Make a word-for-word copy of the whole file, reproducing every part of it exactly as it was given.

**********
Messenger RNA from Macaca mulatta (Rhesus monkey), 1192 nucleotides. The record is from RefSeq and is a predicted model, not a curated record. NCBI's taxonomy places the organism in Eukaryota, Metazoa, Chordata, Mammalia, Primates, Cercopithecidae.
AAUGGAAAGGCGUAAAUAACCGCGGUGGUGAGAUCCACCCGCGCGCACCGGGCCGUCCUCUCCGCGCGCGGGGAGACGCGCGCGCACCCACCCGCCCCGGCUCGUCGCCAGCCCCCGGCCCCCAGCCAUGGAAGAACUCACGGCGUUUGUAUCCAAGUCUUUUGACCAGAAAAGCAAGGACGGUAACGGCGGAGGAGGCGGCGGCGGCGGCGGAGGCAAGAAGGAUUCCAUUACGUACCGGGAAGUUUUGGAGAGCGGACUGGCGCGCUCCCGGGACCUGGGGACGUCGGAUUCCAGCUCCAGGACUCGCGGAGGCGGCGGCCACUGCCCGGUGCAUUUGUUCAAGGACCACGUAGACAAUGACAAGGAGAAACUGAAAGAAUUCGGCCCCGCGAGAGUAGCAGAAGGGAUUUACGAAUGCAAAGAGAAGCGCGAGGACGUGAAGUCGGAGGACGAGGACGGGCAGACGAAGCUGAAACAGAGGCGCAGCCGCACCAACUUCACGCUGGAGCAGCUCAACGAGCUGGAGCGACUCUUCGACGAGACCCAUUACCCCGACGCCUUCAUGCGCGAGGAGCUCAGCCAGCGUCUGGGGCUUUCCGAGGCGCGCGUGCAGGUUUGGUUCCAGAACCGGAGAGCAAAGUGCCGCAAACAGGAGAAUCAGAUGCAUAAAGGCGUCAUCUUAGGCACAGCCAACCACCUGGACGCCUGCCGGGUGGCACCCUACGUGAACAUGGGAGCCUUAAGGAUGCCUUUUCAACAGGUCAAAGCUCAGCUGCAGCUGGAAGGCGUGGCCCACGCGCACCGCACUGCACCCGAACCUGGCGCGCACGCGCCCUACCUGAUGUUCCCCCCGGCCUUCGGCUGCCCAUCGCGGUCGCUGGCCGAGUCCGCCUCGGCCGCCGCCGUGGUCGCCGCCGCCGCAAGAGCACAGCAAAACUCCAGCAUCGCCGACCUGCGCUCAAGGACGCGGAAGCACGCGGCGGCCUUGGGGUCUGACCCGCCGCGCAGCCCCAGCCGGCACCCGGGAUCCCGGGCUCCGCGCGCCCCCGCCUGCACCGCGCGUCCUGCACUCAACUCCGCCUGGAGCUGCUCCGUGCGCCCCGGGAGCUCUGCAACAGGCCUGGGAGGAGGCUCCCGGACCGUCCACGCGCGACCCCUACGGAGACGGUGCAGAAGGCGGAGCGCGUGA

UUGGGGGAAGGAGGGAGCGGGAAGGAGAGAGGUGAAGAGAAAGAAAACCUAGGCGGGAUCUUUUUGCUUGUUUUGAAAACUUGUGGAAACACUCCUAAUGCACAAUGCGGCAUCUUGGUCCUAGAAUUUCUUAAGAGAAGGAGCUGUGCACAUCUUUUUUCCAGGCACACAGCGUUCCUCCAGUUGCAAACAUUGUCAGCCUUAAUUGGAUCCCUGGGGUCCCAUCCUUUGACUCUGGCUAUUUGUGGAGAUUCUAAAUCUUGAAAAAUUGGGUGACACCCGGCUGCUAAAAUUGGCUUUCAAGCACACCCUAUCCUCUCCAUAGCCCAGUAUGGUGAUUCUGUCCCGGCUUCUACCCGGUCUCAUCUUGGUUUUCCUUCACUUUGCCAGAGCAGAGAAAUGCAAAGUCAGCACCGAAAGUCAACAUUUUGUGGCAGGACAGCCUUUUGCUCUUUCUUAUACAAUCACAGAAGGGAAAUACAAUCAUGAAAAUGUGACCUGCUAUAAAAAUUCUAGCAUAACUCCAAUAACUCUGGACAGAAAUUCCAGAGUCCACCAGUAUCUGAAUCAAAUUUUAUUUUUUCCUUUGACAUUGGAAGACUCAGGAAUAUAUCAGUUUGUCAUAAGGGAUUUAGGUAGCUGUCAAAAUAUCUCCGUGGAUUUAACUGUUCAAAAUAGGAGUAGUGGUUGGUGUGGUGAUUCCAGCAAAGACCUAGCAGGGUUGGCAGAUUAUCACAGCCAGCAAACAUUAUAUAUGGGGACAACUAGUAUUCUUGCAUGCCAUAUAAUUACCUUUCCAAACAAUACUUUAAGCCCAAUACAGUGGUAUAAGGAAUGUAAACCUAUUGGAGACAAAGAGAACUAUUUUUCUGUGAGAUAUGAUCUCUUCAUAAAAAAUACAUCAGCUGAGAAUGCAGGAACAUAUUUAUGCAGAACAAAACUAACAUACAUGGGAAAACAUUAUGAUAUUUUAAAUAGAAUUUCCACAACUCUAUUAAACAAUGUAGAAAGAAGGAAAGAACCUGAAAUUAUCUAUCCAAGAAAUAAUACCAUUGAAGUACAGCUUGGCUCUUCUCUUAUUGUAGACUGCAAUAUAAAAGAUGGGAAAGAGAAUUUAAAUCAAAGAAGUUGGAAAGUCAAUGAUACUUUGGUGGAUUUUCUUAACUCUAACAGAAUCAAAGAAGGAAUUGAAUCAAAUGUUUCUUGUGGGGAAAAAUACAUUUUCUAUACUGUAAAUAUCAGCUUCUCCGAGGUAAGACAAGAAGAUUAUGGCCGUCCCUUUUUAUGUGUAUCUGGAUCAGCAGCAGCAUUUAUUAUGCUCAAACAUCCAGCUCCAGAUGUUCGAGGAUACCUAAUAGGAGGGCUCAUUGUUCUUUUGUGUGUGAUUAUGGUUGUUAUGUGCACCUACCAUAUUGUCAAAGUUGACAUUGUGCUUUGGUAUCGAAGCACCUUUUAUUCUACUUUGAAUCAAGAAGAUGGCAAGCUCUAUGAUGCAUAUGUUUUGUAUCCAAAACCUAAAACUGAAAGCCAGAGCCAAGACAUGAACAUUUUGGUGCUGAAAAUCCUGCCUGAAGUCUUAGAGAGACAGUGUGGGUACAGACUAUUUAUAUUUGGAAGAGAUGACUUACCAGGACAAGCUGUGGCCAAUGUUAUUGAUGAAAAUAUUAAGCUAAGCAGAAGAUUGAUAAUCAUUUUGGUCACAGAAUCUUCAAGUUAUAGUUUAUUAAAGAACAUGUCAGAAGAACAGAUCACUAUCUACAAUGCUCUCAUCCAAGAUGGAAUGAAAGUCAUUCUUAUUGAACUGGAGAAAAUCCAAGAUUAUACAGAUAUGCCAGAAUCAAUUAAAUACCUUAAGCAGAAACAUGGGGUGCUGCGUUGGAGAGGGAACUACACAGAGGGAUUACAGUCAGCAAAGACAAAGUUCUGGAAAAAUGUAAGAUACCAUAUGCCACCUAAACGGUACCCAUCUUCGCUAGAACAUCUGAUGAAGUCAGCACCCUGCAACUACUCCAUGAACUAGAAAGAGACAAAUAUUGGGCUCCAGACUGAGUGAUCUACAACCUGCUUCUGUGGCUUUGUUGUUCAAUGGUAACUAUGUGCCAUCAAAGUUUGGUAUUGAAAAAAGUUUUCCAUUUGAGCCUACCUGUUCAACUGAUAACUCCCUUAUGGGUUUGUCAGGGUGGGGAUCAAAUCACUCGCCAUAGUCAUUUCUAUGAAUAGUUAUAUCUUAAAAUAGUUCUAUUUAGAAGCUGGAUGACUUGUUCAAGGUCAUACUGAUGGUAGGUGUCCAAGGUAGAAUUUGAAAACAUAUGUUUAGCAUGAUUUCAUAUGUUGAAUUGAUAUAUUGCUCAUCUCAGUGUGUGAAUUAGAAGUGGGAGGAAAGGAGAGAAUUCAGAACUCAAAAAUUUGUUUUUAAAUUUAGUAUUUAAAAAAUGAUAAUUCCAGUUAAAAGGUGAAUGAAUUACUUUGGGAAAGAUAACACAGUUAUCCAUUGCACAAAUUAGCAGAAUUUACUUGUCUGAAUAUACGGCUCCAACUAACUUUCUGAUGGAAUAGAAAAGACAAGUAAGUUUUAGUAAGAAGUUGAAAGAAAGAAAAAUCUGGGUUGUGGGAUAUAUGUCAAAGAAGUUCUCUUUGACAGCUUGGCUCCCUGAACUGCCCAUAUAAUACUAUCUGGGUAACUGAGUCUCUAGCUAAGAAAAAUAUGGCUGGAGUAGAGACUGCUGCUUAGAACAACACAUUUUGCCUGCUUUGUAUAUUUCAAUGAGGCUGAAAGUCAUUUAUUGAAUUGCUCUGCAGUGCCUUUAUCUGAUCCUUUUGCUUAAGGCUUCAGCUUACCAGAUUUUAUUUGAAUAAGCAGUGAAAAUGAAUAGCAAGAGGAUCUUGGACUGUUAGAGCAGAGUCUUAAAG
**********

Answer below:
Messenger RNA from Macaca mulatta (Rhesus monkey), 1192 nucleotides. The record is from RefSeq and is a predicted model, not a curated record. NCBI's taxonomy places the organism in Eukaryota, Metazoa, Chordata, Mammalia, Primates, Cercopithecidae.
AAUGGAAAGGCGUAAAUAACCGCGGUGGUGAGAUCCACCCGCGCGCACCGGGCCGUCCUCUCCGCGCGCGGGGAGACGCGCGCGCACCCACCCGCCCCGGCUCGUCGCCAGCCCCCGGCCCCCAGCCAUGGAAGAACUCACGGCGUUUGUAUCCAAGUCUUUUGACCAGAAAAGCAAGGACGGUAACGGCGGAGGAGGCGGCGGCGGCGGCGGAGGCAAGAAGGAUUCCAUUACGUACCGGGAAGUUUUGGAGAGCGGACUGGCGCGCUCCCGGGACCUGGGGACGUCGGAUUCCAGCUCCAGGACUCGCGGAGGCGGCGGCCACUGCCCGGUGCAUUUGUUCAAGGACCACGUAGACAAUGACAAGGAGAAACUGAAAGAAUUCGGCCCCGCGAGAGUAGCAGAAGGGAUUUACGAAUGCAAAGAGAAGCGCGAGGACGUGAAGUCGGAGGACGAGGACGGGCAGACGAAGCUGAAACAGAGGCGCAGCCGCACCAACUUCACGCUGGAGCAGCUCAACGAGCUGGAGCGACUCUUCGACGAGACCCAUUACCCCGACGCCUUCAUGCGCGAGGAGCUCAGCCAGCGUCUGGGGCUUUCCGAGGCGCGCGUGCAGGUUUGGUUCCAGAACCGGAGAGCAAAGUGCCGCAAACAGGAGAAUCAGAUGCAUAAAGGCGUCAUCUUAGGCACAGCCAACCACCUGGACGCCUGCCGGGUGGCACCCUACGUGAACAUGGGAGCCUUAAGGAUGCCUUUUCAACAGGUCAAAGCUCAGCUGCAGCUGGAAGGCGUGGCCCACGCGCACCGCACUGCACCCGAACCUGGCGCGCACGCGCCCUACCUGAUGUUCCCCCCGGCCUUCGGCUGCCCAUCGCGGUCGCUGGCCGAGUCCGCCUCGGCCGCCGCCGUGGUCGCCGCCGCCGCAAGAGCACAGCAAAACUCCAGCAUCGCCGACCUGCGCUCAAGGACGCGGAAGCACGCGGCGGCCUUGGGGUCUGACCCGCCGCGCAGCCCCAGCCGGCACCCGGGAUCCCGGGCUCCGCGCGCCCCCGCCUGCACCGCGCGUCCUGCACUCAACUCCGCCUGGAGCUGCUCCGUGCGCCCCGGGAGCUCUGCAACAGGCCUGGGAGGAGGCUCCCGGACCGUCCACGCGCGACCCCUACGGAGACGGUGCAGAAGGCGGAGCGCGUGA

UUGGGGGAAGGAGGGAGCGGGAAGGAGAGAGGUGAAGAGAAAGAAAACCUAGGCGGGAUCUUUUUGCUUGUUUUGAAAACUUGUGGAAACACUCCUAAUGCACAAUGCGGCAUCUUGGUCCUAGAAUUUCUUAAGAGAAGGAGCUGUGCACAUCUUUUUUCCAGGCACACAGCGUUCCUCCAGUUGCAAACAUUGUCAGCCUUAAUUGGAUCCCUGGGGUCCCAUCCUUUGACUCUGGCUAUUUGUGGAGAUUCUAAAUCUUGAAAAAUUGGGUGACACCCGGCUGCUAAAAUUGGCUUUCAAGCACACCCUAUCCUCUCCAUAGCCCAGUAUGGUGAUUCUGUCCCGGCUUCUACCCGGUCUCAUCUUGGUUUUCCUUCACUUUGCCAGAGCAGAGAAAUGCAAAGUCAGCACCGAAAGUCAACAUUUUGUGGCAGGACAGCCUUUUGCUCUUUCUUAUACAAUCACAGAAGGGAAAUACAAUCAUGAAAAUGUGACCUGCUAUAAAAAUUCUAGCAUAACUCCAAUAACUCUGGACAGAAAUUCCAGAGUCCACCAGUAUCUGAAUCAAAUUUUAUUUUUUCCUUUGACAUUGGAAGACUCAGGAAUAUAUCAGUUUGUCAUAAGGGAUUUAGGUAGCUGUCAAAAUAUCUCCGUGGAUUUAACUGUUCAAAAUAGGAGUAGUGGUUGGUGUGGUGAUUCCAGCAAAGACCUAGCAGGGUUGGCAGAUUAUCACAGCCAGCAAACAUUAUAUAUGGGGACAACUAGUAUUCUUGCAUGCCAUAUAAUUACCUUUCCAAACAAUACUUUAAGCCCAAUACAGUGGUAUAAGGAAUGUAAACCUAUUGGAGACAAAGAGAACUAUUUUUCUGUGAGAUAUGAUCUCUUCAUAAAAAAUACAUCAGCUGAGAAUGCAGGAACAUAUUUAUGCAGAACAAAACUAACAUACAUGGGAAAACAUUAUGAUAUUUUAAAUAGAAUUUCCACAACUCUAUUAAACAAUGUAGAAAGAAGGAAAGAACCUGAAAUUAUCUAUCCAAGAAAUAAUACCAUUGAAGUACAGCUUGGCUCUUCUCUUAUUGUAGACUGCAAUAUAAAAGAUGGGAAAGAGAAUUUAAAUCAAAGAAGUUGGAAAGUCAAUGAUACUUUGGUGGAUUUUCUUAACUCUAACAGAAUCAAAGAAGGAAUUGAAUCAAAUGUUUCUUGUGGGGAAAAAUACAUUUUCUAUACUGUAAAUAUCAGCUUCUCCGAGGUAAGACAAGAAGAUUAUGGCCGUCCCUUUUUAUGUGUAUCUGGAUCAGCAGCAGCAUUUAUUAUGCUCAAACAUCCAGCUCCAGAUGUUCGAGGAUACCUAAUAGGAGGGCUCAUUGUUCUUUUGUGUGUGAUUAUGGUUGUUAUGUGCACCUACCAUAUUGUCAAAGUUGACAUUGUGCUUUGGUAUCGAAGCACCUUUUAUUCUACUUUGAAUCAAGAAGAUGGCAAGCUCUAUGAUGCAUAUGUUUUGUAUCCAAAACCUAAAACUGAAAGCCAGAGCCAAGACAUGAACAUUUUGGUGCUGAAAAUCCUGCCUGAAGUCUUAGAGAGACAGUGUGGGUACAGACUAUUUAUAUUUGGAAGAGAUGACUUACCAGGACAAGCUGUGGCCAAUGUUAUUGAUGAAAAUAUUAAGCUAAGCAGAAGAUUGAUAAUCAUUUUGGUCACAGAAUCUUCAAGUUAUAGUUUAUUAAAGAACAUGUCAGAAGAACAGAUCACUAUCUACAAUGCUCUCAUCCAAGAUGGAAUGAAAGUCAUUCUUAUUGAACUGGAGAAAAUCCAAGAUUAUACAGAUAUGCCAGAAUCAAUUAAAUACCUUAAGCAGAAACAUGGGGUGCUGCGUUGGAGAGGGAACUACACAGAGGGAUUACAGUCAGCAAAGACAAAGUUCUGGAAAAAUGUAAGAUACCAUAUGCCACCUAAACGGUACCCAUCUUCGCUAGAACAUCUGAUGAAGUCAGCACCCUGCAACUACUCCAUGAACUAGAAAGAGACAAAUAUUGGGCUCCAGACUGAGUGAUCUACAACCUGCUUCUGUGGCUUUGUUGUUCAAUGGUAACUAUGUGCCAUCAAAGUUUGGUAUUGAAAAAAGUUUUCCAUUUGAGCCUACCUGUUCAACUGAUAACUCCCUUAUGGGUUUGUCAGGGUGGGGAUCAAAUCACUCGCCAUAGUCAUUUCUAUGAAUAGUUAUAUCUUAAAAUAGUUCUAUUUAGAAGCUGGAUGACUUGUUCAAGGUCAUACUGAUGGUAGGUGUCCAAGGUAGAAUUUGAAAACAUAUGUUUAGCAUGAUUUCAUAUGUUGAAUUGAUAUAUUGCUCAUCUCAGUGUGUGAAUUAGAAGUGGGAGGAAAGGAGAGAAUUCAGAACUCAAAAAUUUGUUUUUAAAUUUAGUAUUUAAAAAAUGAUAAUUCCAGUUAAAAGGUGAAUGAAUUACUUUGGGAAAGAUAACACAGUUAUCCAUUGCACAAAUUAGCAGAAUUUACUUGUCUGAAUAUACGGCUCCAACUAACUUUCUGAUGGAAUAGAAAAGACAAGUAAGUUUUAGUAAGAAGUUGAAAGAAAGAAAAAUCUGGGUUGUGGGAUAUAUGUCAAAGAAGUUCUCUUUGACAGCUUGGCUCCCUGAACUGCCCAUAUAAUACUAUCUGGGUAACUGAGUCUCUAGCUAAGAAAAAUAUGGCUGGAGUAGAGACUGCUGCUUAGAACAACACAUUUUGCCUGCUUUGUAUAUUUCAAUGAGGCUGAAAGUCAUUUAUUGAAUUGCUCUGCAGUGCCUUUAUCUGAUCCUUUUGCUUAAGGCUUCAGCUUACCAGAUUUUAUUUGAAUAAGCAGUGAAAAUGAAUAGCAAGAGGAUCUUGGACUGUUAGAGCAGAGUCUUAAAG